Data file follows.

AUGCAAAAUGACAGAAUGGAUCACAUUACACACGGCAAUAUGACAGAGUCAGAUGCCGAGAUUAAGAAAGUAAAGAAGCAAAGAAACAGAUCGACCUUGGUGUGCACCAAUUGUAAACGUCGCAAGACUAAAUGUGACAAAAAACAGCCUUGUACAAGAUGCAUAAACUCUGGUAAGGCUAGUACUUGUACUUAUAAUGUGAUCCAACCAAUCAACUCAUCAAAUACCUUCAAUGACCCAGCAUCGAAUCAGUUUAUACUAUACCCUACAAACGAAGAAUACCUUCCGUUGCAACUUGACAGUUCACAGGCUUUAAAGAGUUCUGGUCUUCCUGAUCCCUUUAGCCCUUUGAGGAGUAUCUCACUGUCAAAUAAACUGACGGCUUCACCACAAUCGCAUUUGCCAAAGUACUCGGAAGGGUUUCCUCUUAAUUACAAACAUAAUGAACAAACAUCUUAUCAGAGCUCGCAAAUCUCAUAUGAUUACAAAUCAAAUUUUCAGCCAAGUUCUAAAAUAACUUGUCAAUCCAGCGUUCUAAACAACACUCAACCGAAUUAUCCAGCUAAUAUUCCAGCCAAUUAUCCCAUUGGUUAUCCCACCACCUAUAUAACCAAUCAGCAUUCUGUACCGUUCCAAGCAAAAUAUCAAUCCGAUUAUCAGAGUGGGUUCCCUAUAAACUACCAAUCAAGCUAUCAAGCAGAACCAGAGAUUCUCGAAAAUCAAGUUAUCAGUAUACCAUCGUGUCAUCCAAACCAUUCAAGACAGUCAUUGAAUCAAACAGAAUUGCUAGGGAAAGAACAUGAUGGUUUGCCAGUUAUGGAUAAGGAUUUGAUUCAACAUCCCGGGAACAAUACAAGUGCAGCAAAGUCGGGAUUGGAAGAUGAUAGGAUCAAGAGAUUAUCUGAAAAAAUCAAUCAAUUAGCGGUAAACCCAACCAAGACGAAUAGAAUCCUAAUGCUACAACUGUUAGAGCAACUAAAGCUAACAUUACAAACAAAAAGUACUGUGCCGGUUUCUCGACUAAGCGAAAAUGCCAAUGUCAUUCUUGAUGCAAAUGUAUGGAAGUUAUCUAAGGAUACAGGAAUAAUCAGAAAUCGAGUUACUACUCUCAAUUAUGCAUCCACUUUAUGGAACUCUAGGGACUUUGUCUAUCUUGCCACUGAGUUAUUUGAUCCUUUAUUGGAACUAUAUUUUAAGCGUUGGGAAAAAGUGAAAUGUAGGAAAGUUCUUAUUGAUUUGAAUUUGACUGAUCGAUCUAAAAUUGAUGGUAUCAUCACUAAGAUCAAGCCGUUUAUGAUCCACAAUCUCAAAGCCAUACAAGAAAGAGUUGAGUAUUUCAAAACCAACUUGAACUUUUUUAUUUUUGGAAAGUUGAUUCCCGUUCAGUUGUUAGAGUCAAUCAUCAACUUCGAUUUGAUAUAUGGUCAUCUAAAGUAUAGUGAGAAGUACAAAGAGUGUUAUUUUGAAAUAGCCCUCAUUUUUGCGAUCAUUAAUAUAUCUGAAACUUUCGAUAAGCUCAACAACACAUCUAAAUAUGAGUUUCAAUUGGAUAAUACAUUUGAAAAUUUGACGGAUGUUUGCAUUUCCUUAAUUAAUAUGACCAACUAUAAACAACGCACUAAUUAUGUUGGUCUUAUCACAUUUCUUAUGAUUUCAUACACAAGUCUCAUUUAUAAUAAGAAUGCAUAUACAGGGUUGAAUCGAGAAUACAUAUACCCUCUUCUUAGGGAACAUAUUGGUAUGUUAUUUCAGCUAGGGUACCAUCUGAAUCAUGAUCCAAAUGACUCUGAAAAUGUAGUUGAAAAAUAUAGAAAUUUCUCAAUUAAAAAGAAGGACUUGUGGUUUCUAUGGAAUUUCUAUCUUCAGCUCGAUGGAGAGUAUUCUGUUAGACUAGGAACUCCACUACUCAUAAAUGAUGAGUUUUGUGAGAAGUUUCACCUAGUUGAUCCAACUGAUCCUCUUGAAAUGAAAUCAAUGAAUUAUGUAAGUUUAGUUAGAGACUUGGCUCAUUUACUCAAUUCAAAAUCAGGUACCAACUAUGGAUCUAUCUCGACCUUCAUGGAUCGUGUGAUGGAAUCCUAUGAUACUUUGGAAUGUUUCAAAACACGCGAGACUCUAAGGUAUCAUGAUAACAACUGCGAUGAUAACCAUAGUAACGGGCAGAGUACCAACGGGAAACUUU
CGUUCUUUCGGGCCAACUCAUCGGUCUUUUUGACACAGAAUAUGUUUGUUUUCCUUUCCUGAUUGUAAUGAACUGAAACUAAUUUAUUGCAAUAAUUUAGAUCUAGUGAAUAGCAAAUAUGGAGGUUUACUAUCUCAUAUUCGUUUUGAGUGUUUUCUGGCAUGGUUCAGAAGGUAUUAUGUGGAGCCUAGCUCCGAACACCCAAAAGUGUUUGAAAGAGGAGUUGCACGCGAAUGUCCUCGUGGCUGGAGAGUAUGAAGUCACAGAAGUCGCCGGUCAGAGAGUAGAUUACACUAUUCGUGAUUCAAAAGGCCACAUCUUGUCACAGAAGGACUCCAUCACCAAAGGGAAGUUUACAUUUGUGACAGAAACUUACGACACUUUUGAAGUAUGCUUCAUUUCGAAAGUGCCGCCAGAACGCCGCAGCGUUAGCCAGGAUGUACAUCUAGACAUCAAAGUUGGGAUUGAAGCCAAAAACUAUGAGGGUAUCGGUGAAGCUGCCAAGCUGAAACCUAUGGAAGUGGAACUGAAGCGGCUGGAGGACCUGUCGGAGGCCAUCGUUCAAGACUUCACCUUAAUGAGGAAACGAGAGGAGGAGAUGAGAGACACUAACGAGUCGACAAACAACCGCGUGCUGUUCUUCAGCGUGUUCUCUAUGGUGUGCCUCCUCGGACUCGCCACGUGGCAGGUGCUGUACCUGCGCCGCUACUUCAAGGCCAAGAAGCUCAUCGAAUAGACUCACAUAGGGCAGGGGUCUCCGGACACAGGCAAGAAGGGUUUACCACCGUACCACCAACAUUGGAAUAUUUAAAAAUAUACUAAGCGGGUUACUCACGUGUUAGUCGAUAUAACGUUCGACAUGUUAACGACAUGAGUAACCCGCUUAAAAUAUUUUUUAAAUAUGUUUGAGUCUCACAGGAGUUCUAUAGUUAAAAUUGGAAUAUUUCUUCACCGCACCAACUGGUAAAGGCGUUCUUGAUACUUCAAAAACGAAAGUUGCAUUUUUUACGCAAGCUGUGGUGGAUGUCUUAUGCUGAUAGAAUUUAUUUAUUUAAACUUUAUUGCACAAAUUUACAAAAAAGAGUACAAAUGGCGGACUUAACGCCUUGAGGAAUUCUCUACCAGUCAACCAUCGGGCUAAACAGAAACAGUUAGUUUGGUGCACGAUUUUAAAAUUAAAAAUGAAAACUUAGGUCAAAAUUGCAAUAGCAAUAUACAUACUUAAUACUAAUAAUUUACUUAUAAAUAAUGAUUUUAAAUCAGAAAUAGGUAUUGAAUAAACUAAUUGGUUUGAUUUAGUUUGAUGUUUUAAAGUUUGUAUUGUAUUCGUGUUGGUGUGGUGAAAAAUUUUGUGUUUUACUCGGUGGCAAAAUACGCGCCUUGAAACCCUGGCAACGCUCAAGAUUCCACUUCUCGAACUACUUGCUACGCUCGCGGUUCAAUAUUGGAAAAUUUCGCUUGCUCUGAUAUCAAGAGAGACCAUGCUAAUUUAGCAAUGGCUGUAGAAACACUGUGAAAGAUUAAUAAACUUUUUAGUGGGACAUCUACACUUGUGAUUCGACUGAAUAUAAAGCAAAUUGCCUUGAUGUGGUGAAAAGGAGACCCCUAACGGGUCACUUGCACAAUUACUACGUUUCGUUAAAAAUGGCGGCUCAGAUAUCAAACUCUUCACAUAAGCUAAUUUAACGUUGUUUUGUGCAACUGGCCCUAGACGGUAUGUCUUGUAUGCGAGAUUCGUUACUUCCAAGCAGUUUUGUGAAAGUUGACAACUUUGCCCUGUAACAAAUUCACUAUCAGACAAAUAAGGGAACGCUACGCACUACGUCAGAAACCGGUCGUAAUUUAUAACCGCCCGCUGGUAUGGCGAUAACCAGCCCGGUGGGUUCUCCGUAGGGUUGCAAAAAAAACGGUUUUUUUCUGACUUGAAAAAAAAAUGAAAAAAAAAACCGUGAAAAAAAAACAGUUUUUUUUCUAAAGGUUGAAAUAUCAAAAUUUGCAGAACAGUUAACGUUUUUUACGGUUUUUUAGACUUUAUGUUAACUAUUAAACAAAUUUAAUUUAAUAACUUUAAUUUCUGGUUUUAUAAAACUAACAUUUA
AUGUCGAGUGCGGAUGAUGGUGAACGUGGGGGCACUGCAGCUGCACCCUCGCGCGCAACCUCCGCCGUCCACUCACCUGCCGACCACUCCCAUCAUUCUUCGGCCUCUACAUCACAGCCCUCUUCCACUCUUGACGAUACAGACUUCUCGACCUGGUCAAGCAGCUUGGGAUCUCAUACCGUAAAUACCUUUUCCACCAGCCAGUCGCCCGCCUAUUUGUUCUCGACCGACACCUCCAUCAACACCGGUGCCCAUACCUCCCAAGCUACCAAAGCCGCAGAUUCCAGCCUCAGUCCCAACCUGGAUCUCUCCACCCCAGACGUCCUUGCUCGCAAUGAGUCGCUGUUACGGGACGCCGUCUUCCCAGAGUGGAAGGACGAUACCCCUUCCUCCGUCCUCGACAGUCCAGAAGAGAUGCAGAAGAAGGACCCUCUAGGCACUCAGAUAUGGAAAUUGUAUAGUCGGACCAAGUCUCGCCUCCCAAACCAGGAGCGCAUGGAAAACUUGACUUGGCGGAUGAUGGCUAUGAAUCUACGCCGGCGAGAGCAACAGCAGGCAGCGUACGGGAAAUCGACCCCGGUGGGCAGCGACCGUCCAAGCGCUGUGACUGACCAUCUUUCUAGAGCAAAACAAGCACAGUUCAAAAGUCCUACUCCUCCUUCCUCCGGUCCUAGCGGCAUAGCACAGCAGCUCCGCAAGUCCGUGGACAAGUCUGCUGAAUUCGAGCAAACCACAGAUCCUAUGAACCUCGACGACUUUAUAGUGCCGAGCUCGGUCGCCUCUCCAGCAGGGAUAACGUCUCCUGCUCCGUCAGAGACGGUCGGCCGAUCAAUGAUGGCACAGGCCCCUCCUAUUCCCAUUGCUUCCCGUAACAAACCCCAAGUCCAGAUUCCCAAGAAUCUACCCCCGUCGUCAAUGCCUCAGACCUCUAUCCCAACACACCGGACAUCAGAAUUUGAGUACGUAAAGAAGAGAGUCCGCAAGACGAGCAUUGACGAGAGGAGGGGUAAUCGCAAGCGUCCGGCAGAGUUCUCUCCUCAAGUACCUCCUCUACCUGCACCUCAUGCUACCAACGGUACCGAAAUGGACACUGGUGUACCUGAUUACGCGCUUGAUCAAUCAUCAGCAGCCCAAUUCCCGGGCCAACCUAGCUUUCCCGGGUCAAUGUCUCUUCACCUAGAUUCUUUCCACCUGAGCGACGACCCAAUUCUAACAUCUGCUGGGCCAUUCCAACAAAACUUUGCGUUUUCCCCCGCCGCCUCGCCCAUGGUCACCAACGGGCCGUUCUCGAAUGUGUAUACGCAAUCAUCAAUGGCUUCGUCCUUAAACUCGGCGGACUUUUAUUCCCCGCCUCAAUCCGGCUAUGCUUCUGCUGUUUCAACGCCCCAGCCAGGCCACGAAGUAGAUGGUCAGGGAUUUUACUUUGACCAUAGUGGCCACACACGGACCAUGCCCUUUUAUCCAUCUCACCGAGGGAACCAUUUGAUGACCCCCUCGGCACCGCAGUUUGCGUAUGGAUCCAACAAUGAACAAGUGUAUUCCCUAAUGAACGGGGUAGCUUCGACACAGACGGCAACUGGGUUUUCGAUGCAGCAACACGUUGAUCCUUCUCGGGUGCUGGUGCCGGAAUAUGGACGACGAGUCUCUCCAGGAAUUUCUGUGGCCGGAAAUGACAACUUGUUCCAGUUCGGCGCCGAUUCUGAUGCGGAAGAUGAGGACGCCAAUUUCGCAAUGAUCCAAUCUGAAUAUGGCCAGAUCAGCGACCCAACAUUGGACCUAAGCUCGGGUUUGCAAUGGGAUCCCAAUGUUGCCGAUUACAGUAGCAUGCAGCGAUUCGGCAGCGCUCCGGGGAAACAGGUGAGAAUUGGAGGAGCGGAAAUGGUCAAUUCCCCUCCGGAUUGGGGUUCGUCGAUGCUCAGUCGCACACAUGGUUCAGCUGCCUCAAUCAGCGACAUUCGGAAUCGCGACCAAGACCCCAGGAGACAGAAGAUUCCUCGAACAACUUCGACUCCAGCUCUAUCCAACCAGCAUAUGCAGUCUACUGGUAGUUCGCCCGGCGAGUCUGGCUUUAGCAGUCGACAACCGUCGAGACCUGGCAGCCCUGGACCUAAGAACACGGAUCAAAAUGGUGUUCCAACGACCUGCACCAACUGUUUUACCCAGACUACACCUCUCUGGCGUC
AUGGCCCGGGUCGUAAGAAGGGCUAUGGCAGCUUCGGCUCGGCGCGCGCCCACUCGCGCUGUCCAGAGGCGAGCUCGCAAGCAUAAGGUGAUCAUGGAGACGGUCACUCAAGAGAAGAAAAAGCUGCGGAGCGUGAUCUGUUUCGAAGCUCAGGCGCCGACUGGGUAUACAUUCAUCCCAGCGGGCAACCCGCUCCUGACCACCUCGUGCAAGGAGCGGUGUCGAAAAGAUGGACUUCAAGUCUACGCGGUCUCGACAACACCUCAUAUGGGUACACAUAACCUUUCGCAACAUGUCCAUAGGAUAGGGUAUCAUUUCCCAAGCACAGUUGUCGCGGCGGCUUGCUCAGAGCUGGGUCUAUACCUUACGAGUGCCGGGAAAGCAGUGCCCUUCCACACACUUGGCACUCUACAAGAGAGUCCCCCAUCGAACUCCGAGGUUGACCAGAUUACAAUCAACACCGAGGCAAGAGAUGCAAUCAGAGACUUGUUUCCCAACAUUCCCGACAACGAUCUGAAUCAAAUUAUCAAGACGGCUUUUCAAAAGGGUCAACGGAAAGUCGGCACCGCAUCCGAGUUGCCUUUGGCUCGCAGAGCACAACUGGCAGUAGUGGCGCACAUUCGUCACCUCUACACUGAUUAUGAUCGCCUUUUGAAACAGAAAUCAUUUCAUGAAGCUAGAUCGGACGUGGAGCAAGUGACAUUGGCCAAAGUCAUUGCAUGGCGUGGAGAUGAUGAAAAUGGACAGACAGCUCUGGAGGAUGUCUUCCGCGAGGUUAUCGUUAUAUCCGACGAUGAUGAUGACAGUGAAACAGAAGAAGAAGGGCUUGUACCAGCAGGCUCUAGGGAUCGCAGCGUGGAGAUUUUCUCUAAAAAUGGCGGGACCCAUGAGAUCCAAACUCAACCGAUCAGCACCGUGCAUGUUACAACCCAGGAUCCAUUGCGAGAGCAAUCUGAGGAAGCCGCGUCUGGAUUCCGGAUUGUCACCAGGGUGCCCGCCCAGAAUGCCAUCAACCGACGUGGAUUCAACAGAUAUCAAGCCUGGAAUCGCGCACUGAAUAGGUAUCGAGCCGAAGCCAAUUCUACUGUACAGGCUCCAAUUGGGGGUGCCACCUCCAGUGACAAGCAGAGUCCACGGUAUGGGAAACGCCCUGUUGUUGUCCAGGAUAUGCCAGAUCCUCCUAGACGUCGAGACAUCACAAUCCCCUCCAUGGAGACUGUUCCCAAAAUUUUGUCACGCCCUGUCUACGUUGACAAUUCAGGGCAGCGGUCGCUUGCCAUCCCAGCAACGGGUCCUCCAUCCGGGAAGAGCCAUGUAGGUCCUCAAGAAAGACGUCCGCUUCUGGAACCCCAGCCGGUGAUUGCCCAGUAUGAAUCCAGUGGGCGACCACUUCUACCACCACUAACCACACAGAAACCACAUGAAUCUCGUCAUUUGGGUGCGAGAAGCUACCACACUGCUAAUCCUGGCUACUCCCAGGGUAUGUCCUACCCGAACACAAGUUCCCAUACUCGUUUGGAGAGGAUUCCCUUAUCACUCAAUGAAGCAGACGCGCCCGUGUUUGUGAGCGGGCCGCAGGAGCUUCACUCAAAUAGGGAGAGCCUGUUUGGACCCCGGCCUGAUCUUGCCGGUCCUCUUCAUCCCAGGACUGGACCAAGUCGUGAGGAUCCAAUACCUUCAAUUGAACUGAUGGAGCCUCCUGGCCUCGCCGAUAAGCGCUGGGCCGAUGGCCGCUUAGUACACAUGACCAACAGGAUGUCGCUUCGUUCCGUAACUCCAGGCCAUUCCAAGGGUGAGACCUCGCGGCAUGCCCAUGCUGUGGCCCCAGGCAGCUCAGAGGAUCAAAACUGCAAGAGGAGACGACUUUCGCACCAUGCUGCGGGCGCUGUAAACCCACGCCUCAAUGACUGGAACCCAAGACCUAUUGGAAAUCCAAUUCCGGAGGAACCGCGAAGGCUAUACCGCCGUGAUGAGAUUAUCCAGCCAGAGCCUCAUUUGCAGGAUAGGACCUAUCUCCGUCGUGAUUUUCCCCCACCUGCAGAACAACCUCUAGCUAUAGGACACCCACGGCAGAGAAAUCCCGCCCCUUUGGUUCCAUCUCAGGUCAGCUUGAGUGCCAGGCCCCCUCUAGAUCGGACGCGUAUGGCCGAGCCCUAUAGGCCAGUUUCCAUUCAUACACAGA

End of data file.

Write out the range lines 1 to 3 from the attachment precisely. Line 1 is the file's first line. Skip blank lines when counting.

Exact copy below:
AUGCAAAAUGACAGAAUGGAUCACAUUACACACGGCAAUAUGACAGAGUCAGAUGCCGAGAUUAAGAAAGUAAAGAAGCAAAGAAACAGAUCGACCUUGGUGUGCACCAAUUGUAAACGUCGCAAGACUAAAUGUGACAAAAAACAGCCUUGUACAAGAUGCAUAAACUCUGGUAAGGCUAGUACUUGUACUUAUAAUGUGAUCCAACCAAUCAACUCAUCAAAUACCUUCAAUGACCCAGCAUCGAAUCAGUUUAUACUAUACCCUACAAACGAAGAAUACCUUCCGUUGCAACUUGACAGUUCACAGGCUUUAAAGAGUUCUGGUCUUCCUGAUCCCUUUAGCCCUUUGAGGAGUAUCUCACUGUCAAAUAAACUGACGGCUUCACCACAAUCGCAUUUGCCAAAGUACUCGGAAGGGUUUCCUCUUAAUUACAAACAUAAUGAACAAACAUCUUAUCAGAGCUCGCAAAUCUCAUAUGAUUACAAAUCAAAUUUUCAGCCAAGUUCUAAAAUAACUUGUCAAUCCAGCGUUCUAAACAACACUCAACCGAAUUAUCCAGCUAAUAUUCCAGCCAAUUAUCCCAUUGGUUAUCCCACCACCUAUAUAACCAAUCAGCAUUCUGUACCGUUCCAAGCAAAAUAUCAAUCCGAUUAUCAGAGUGGGUUCCCUAUAAACUACCAAUCAAGCUAUCAAGCAGAACCAGAGAUUCUCGAAAAUCAAGUUAUCAGUAUACCAUCGUGUCAUCCAAACCAUUCAAGACAGUCAUUGAAUCAAACAGAAUUGCUAGGGAAAGAACAUGAUGGUUUGCCAGUUAUGGAUAAGGAUUUGAUUCAACAUCCCGGGAACAAUACAAGUGCAGCAAAGUCGGGAUUGGAAGAUGAUAGGAUCAAGAGAUUAUCUGAAAAAAUCAAUCAAUUAGCGGUAAACCCAACCAAGACGAAUAGAAUCCUAAUGCUACAACUGUUAGAGCAACUAAAGCUAACAUUACAAACAAAAAGUACUGUGCCGGUUUCUCGACUAAGCGAAAAUGCCAAUGUCAUUCUUGAUGCAAAUGUAUGGAAGUUAUCUAAGGAUACAGGAAUAAUCAGAAAUCGAGUUACUACUCUCAAUUAUGCAUCCACUUUAUGGAACUCUAGGGACUUUGUCUAUCUUGCCACUGAGUUAUUUGAUCCUUUAUUGGAACUAUAUUUUAAGCGUUGGGAAAAAGUGAAAUGUAGGAAAGUUCUUAUUGAUUUGAAUUUGACUGAUCGAUCUAAAAUUGAUGGUAUCAUCACUAAGAUCAAGCCGUUUAUGAUCCACAAUCUCAAAGCCAUACAAGAAAGAGUUGAGUAUUUCAAAACCAACUUGAACUUUUUUAUUUUUGGAAAGUUGAUUCCCGUUCAGUUGUUAGAGUCAAUCAUCAACUUCGAUUUGAUAUAUGGUCAUCUAAAGUAUAGUGAGAAGUACAAAGAGUGUUAUUUUGAAAUAGCCCUCAUUUUUGCGAUCAUUAAUAUAUCUGAAACUUUCGAUAAGCUCAACAACACAUCUAAAUAUGAGUUUCAAUUGGAUAAUACAUUUGAAAAUUUGACGGAUGUUUGCAUUUCCUUAAUUAAUAUGACCAACUAUAAACAACGCACUAAUUAUGUUGGUCUUAUCACAUUUCUUAUGAUUUCAUACACAAGUCUCAUUUAUAAUAAGAAUGCAUAUACAGGGUUGAAUCGAGAAUACAUAUACCCUCUUCUUAGGGAACAUAUUGGUAUGUUAUUUCAGCUAGGGUACCAUCUGAAUCAUGAUCCAAAUGACUCUGAAAAUGUAGUUGAAAAAUAUAGAAAUUUCUCAAUUAAAAAGAAGGACUUGUGGUUUCUAUGGAAUUUCUAUCUUCAGCUCGAUGGAGAGUAUUCUGUUAGACUAGGAACUCCACUACUCAUAAAUGAUGAGUUUUGUGAGAAGUUUCACCUAGUUGAUCCAACUGAUCCUCUUGAAAUGAAAUCAAUGAAUUAUGUAAGUUUAGUUAGAGACUUGGCUCAUUUACUCAAUUCAAAAUCAGGUACCAACUAUGGAUCUAUCUCGACCUUCAUGGAUCGUGUGAUGGAAUCCUAUGAUACUUUGGAAUGUUUCAAAACACGCGAGACUCUAAGGUAUCAUGAUAACAACUGCGAUGAUAACCAUAGUAACGGGCAGAGUACCAACGGGAAACUUU
CGUUCUUUCGGGCCAACUCAUCGGUCUUUUUGACACAGAAUAUGUUUGUUUUCCUUUCCUGAUUGUAAUGAACUGAAACUAAUUUAUUGCAAUAAUUUAGAUCUAGUGAAUAGCAAAUAUGGAGGUUUACUAUCUCAUAUUCGUUUUGAGUGUUUUCUGGCAUGGUUCAGAAGGUAUUAUGUGGAGCCUAGCUCCGAACACCCAAAAGUGUUUGAAAGAGGAGUUGCACGCGAAUGUCCUCGUGGCUGGAGAGUAUGAAGUCACAGAAGUCGCCGGUCAGAGAGUAGAUUACACUAUUCGUGAUUCAAAAGGCCACAUCUUGUCACAGAAGGACUCCAUCACCAAAGGGAAGUUUACAUUUGUGACAGAAACUUACGACACUUUUGAAGUAUGCUUCAUUUCGAAAGUGCCGCCAGAACGCCGCAGCGUUAGCCAGGAUGUACAUCUAGACAUCAAAGUUGGGAUUGAAGCCAAAAACUAUGAGGGUAUCGGUGAAGCUGCCAAGCUGAAACCUAUGGAAGUGGAACUGAAGCGGCUGGAGGACCUGUCGGAGGCCAUCGUUCAAGACUUCACCUUAAUGAGGAAACGAGAGGAGGAGAUGAGAGACACUAACGAGUCGACAAACAACCGCGUGCUGUUCUUCAGCGUGUUCUCUAUGGUGUGCCUCCUCGGACUCGCCACGUGGCAGGUGCUGUACCUGCGCCGCUACUUCAAGGCCAAGAAGCUCAUCGAAUAGACUCACAUAGGGCAGGGGUCUCCGGACACAGGCAAGAAGGGUUUACCACCGUACCACCAACAUUGGAAUAUUUAAAAAUAUACUAAGCGGGUUACUCACGUGUUAGUCGAUAUAACGUUCGACAUGUUAACGACAUGAGUAACCCGCUUAAAAUAUUUUUUAAAUAUGUUUGAGUCUCACAGGAGUUCUAUAGUUAAAAUUGGAAUAUUUCUUCACCGCACCAACUGGUAAAGGCGUUCUUGAUACUUCAAAAACGAAAGUUGCAUUUUUUACGCAAGCUGUGGUGGAUGUCUUAUGCUGAUAGAAUUUAUUUAUUUAAACUUUAUUGCACAAAUUUACAAAAAAGAGUACAAAUGGCGGACUUAACGCCUUGAGGAAUUCUCUACCAGUCAACCAUCGGGCUAAACAGAAACAGUUAGUUUGGUGCACGAUUUUAAAAUUAAAAAUGAAAACUUAGGUCAAAAUUGCAAUAGCAAUAUACAUACUUAAUACUAAUAAUUUACUUAUAAAUAAUGAUUUUAAAUCAGAAAUAGGUAUUGAAUAAACUAAUUGGUUUGAUUUAGUUUGAUGUUUUAAAGUUUGUAUUGUAUUCGUGUUGGUGUGGUGAAAAAUUUUGUGUUUUACUCGGUGGCAAAAUACGCGCCUUGAAACCCUGGCAACGCUCAAGAUUCCACUUCUCGAACUACUUGCUACGCUCGCGGUUCAAUAUUGGAAAAUUUCGCUUGCUCUGAUAUCAAGAGAGACCAUGCUAAUUUAGCAAUGGCUGUAGAAACACUGUGAAAGAUUAAUAAACUUUUUAGUGGGACAUCUACACUUGUGAUUCGACUGAAUAUAAAGCAAAUUGCCUUGAUGUGGUGAAAAGGAGACCCCUAACGGGUCACUUGCACAAUUACUACGUUUCGUUAAAAAUGGCGGCUCAGAUAUCAAACUCUUCACAUAAGCUAAUUUAACGUUGUUUUGUGCAACUGGCCCUAGACGGUAUGUCUUGUAUGCGAGAUUCGUUACUUCCAAGCAGUUUUGUGAAAGUUGACAACUUUGCCCUGUAACAAAUUCACUAUCAGACAAAUAAGGGAACGCUACGCACUACGUCAGAAACCGGUCGUAAUUUAUAACCGCCCGCUGGUAUGGCGAUAACCAGCCCGGUGGGUUCUCCGUAGGGUUGCAAAAAAAACGGUUUUUUUCUGACUUGAAAAAAAAAUGAAAAAAAAAACCGUGAAAAAAAAACAGUUUUUUUUCUAAAGGUUGAAAUAUCAAAAUUUGCAGAACAGUUAACGUUUUUUACGGUUUUUUAGACUUUAUGUUAACUAUUAAACAAAUUUAAUUUAAUAACUUUAAUUUCUGGUUUUAUAAAACUAACAUUUA
AUGUCGAGUGCGGAUGAUGGUGAACGUGGGGGCACUGCAGCUGCACCCUCGCGCGCAACCUCCGCCGUCCACUCACCUGCCGACCACUCCCAUCAUUCUUCGGCCUCUACAUCACAGCCCUCUUCCACUCUUGACGAUACAGACUUCUCGACCUGGUCAAGCAGCUUGGGAUCUCAUACCGUAAAUACCUUUUCCACCAGCCAGUCGCCCGCCUAUUUGUUCUCGACCGACACCUCCAUCAACACCGGUGCCCAUACCUCCCAAGCUACCAAAGCCGCAGAUUCCAGCCUCAGUCCCAACCUGGAUCUCUCCACCCCAGACGUCCUUGCUCGCAAUGAGUCGCUGUUACGGGACGCCGUCUUCCCAGAGUGGAAGGACGAUACCCCUUCCUCCGUCCUCGACAGUCCAGAAGAGAUGCAGAAGAAGGACCCUCUAGGCACUCAGAUAUGGAAAUUGUAUAGUCGGACCAAGUCUCGCCUCCCAAACCAGGAGCGCAUGGAAAACUUGACUUGGCGGAUGAUGGCUAUGAAUCUACGCCGGCGAGAGCAACAGCAGGCAGCGUACGGGAAAUCGACCCCGGUGGGCAGCGACCGUCCAAGCGCUGUGACUGACCAUCUUUCUAGAGCAAAACAAGCACAGUUCAAAAGUCCUACUCCUCCUUCCUCCGGUCCUAGCGGCAUAGCACAGCAGCUCCGCAAGUCCGUGGACAAGUCUGCUGAAUUCGAGCAAACCACAGAUCCUAUGAACCUCGACGACUUUAUAGUGCCGAGCUCGGUCGCCUCUCCAGCAGGGAUAACGUCUCCUGCUCCGUCAGAGACGGUCGGCCGAUCAAUGAUGGCACAGGCCCCUCCUAUUCCCAUUGCUUCCCGUAACAAACCCCAAGUCCAGAUUCCCAAGAAUCUACCCCCGUCGUCAAUGCCUCAGACCUCUAUCCCAACACACCGGACAUCAGAAUUUGAGUACGUAAAGAAGAGAGUCCGCAAGACGAGCAUUGACGAGAGGAGGGGUAAUCGCAAGCGUCCGGCAGAGUUCUCUCCUCAAGUACCUCCUCUACCUGCACCUCAUGCUACCAACGGUACCGAAAUGGACACUGGUGUACCUGAUUACGCGCUUGAUCAAUCAUCAGCAGCCCAAUUCCCGGGCCAACCUAGCUUUCCCGGGUCAAUGUCUCUUCACCUAGAUUCUUUCCACCUGAGCGACGACCCAAUUCUAACAUCUGCUGGGCCAUUCCAACAAAACUUUGCGUUUUCCCCCGCCGCCUCGCCCAUGGUCACCAACGGGCCGUUCUCGAAUGUGUAUACGCAAUCAUCAAUGGCUUCGUCCUUAAACUCGGCGGACUUUUAUUCCCCGCCUCAAUCCGGCUAUGCUUCUGCUGUUUCAACGCCCCAGCCAGGCCACGAAGUAGAUGGUCAGGGAUUUUACUUUGACCAUAGUGGCCACACACGGACCAUGCCCUUUUAUCCAUCUCACCGAGGGAACCAUUUGAUGACCCCCUCGGCACCGCAGUUUGCGUAUGGAUCCAACAAUGAACAAGUGUAUUCCCUAAUGAACGGGGUAGCUUCGACACAGACGGCAACUGGGUUUUCGAUGCAGCAACACGUUGAUCCUUCUCGGGUGCUGGUGCCGGAAUAUGGACGACGAGUCUCUCCAGGAAUUUCUGUGGCCGGAAAUGACAACUUGUUCCAGUUCGGCGCCGAUUCUGAUGCGGAAGAUGAGGACGCCAAUUUCGCAAUGAUCCAAUCUGAAUAUGGCCAGAUCAGCGACCCAACAUUGGACCUAAGCUCGGGUUUGCAAUGGGAUCCCAAUGUUGCCGAUUACAGUAGCAUGCAGCGAUUCGGCAGCGCUCCGGGGAAACAGGUGAGAAUUGGAGGAGCGGAAAUGGUCAAUUCCCCUCCGGAUUGGGGUUCGUCGAUGCUCAGUCGCACACAUGGUUCAGCUGCCUCAAUCAGCGACAUUCGGAAUCGCGACCAAGACCCCAGGAGACAGAAGAUUCCUCGAACAACUUCGACUCCAGCUCUAUCCAACCAGCAUAUGCAGUCUACUGGUAGUUCGCCCGGCGAGUCUGGCUUUAGCAGUCGACAACCGUCGAGACCUGGCAGCCCUGGACCUAAGAACACGGAUCAAAAUGGUGUUCCAACGACCUGCACCAACUGUUUUACCCAGACUACACCUCUCUGGCGUC